ATHENS – With nearly 1,000 female business executives converging here for the Global Summit of Women 2012, most of the talk was about opportunities for their companies, schmoozing with each other to broaden networks, and how to expand outreach to other countries, including Greece, but many said they found a little time to visit the city and other parts of the country nearby and said it differed markedly from their expectations that they would find riots and destitution.
“The perception is that it is very troubled,” Michelle Hoobyer-Winklar, the Minister of Economic Affairs for the island of Aruba, a popular tourist destination off the coast of Venezuela told Greek Reporter on the sidelines of one of the many seminars that were being conducted. “You can see that it’s struggling, with all the empty shops, but what surprised me was to see a lot of people who are positive. It’s still a thriving city,” she said. She recommended that Greece do as Aruba has. With the U.S. market growing flat, she said her country has expanded its reach and is trying to lure visitors from other parts of the world, particularly Europe. “The biggest challenge is to put out a positive message to potential tourists that Greece is still the most unique experience tourism-wise,” she added.
Sarah Choane, an official with the Department of Trade and Industry for South Africa, said she was delighted at what she saw, apart from the obvious effects of the economic crisis, and that she was enjoying her stay. “It’s a wonderful city, it’s so historic. People are warm,” she said, perhaps the result of the famous philoxenia, treating visitors with hospitality. She said she was struck by the deep sense of history. “It’s been around for so many years,” she marveled. Her colleague, Marienne Jacobs, said she was awestruck at some of the historic sights. “Just standing on the ground is an emotional experience,” she said.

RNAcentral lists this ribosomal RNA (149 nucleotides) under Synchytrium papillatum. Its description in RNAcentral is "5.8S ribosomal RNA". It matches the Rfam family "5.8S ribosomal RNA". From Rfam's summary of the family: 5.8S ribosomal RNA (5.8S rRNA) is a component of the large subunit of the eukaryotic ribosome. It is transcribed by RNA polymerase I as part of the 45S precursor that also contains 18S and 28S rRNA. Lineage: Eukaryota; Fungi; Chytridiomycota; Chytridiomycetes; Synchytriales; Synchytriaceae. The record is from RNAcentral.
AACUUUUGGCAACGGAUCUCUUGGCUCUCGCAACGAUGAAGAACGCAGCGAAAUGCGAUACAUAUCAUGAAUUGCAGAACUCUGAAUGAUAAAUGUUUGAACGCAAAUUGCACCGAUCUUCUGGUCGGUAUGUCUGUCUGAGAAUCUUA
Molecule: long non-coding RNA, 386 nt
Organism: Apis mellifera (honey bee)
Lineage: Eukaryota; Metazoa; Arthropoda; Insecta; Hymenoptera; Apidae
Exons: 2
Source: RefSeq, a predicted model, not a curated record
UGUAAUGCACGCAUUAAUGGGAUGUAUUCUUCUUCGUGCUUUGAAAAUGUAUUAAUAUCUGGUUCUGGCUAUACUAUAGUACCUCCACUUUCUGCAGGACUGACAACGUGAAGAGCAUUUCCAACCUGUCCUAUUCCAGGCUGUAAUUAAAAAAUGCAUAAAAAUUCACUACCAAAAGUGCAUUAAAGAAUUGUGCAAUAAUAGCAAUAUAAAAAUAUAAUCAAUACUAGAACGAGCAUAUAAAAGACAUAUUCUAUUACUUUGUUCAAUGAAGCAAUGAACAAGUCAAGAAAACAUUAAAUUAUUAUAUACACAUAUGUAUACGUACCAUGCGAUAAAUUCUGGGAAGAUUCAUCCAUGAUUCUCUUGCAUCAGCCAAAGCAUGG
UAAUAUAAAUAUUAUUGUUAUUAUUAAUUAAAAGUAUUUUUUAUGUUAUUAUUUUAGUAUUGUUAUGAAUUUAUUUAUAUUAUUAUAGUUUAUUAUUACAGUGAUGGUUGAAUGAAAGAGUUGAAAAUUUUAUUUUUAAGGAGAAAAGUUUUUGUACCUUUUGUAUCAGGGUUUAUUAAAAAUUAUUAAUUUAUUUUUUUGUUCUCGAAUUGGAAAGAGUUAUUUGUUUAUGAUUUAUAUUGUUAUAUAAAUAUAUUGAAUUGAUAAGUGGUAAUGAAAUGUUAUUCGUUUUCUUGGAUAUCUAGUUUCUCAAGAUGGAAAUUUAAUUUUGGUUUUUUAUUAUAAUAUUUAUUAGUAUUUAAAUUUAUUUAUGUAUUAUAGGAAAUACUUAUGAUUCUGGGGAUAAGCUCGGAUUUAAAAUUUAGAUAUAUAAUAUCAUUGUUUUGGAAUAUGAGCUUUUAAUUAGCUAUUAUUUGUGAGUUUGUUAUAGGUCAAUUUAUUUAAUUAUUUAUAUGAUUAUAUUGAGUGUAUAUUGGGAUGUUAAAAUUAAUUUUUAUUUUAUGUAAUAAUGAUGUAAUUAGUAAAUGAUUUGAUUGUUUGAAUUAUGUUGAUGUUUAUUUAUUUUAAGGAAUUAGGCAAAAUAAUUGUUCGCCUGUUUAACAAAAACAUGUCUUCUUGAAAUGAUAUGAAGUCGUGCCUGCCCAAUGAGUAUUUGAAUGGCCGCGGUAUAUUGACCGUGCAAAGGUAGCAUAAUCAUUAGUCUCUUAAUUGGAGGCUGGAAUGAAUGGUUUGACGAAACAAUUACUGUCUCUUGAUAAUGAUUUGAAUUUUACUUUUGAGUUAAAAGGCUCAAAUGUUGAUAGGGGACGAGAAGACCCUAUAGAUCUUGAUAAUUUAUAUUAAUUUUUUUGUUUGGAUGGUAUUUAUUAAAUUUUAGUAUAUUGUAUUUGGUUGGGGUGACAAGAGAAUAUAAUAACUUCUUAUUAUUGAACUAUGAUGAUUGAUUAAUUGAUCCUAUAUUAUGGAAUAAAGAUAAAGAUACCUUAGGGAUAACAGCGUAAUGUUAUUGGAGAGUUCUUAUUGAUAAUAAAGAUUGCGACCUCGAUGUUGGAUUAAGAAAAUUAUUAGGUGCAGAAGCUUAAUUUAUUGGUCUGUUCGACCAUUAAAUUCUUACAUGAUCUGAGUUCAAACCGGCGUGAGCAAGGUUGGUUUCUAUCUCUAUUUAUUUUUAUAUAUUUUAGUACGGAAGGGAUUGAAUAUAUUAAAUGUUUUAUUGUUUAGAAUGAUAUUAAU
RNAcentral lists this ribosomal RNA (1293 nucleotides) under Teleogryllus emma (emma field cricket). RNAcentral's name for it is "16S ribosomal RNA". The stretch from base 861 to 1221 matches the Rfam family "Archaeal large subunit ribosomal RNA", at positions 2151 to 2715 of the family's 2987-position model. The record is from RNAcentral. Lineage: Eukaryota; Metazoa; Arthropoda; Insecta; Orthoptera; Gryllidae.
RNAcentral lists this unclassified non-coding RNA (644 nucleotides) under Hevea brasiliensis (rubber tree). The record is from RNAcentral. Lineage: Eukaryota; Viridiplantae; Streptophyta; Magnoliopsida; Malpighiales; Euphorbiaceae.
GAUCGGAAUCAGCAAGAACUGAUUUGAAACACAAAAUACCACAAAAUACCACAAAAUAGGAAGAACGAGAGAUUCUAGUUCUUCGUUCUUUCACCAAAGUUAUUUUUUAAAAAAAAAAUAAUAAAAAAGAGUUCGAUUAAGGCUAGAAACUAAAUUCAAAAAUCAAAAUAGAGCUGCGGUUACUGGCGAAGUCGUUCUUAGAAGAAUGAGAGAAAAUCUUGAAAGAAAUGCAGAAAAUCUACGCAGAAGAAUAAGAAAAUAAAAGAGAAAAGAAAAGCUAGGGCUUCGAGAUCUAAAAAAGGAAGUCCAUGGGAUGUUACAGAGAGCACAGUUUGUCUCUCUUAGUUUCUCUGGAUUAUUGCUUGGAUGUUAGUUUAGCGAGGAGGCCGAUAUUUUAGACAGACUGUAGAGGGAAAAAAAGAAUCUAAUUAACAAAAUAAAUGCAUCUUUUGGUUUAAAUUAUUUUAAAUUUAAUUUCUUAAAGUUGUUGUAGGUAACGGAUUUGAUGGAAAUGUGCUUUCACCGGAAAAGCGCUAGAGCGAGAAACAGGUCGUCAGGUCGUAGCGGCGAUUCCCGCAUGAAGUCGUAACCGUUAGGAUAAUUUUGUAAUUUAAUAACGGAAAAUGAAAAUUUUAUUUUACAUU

While for many of the women the conference provided their first visit to Greece, Filiz Odabas-Geldiay, Executive Director of the International Association For Human Values in Washington, D.C. said she had come many times because she’s a native of Turkey. Still, she said, “I learned a lot during this conference,” where many Greek officials and lawyers and NGO representatives were present to talk about the crisis and business opportunities. “Because Greece is so beautiful it’s hard to balance with so much of the negativity,” that’s being presented she said, the constant images of protests, strikes and riots against austerity measures demanded by international lenders in return for $325 billion in two bailout loans to prop up the essentially dead economy.
Masako Arakabe, President of Qualia, Inc., a diversity and incusion strategies company based in Osaka, Japan, said she expected to see more troubling sights because of what is shown of Greece on television in Japan. “We see so many demonstrations,” she said, the frequent images including Molotov Cocktail-tossing anarchists tussling with riot police in Syntagma Square outside the Parliament. Her colleague, Kayo Imamura, a General Manager with Panasonic in Osaka, said she too was struck by the symmetry of history but added, “I see so many buildings under construction and we see the news about Greece and the economic crisis.”
Maria Vouidaski, a public relations official with the Greek National Tourist Organization (GNTO) in Athens, was kept busy passing bags with maps, promotional materials and other information about Greece and said she didn’t hear a negative word from any of the women, who included a number of CEO’s and other high-ranking officials of major companies along with those who owned their own smaller businesses. “They were asking what they could see in two or three days and we tell them Greece is beautiful to explore,” she added. “It’s not just Greece, the crisis is all over Europe,” she added. “They are afraid a little bit but then they see that Athens is a safe city.”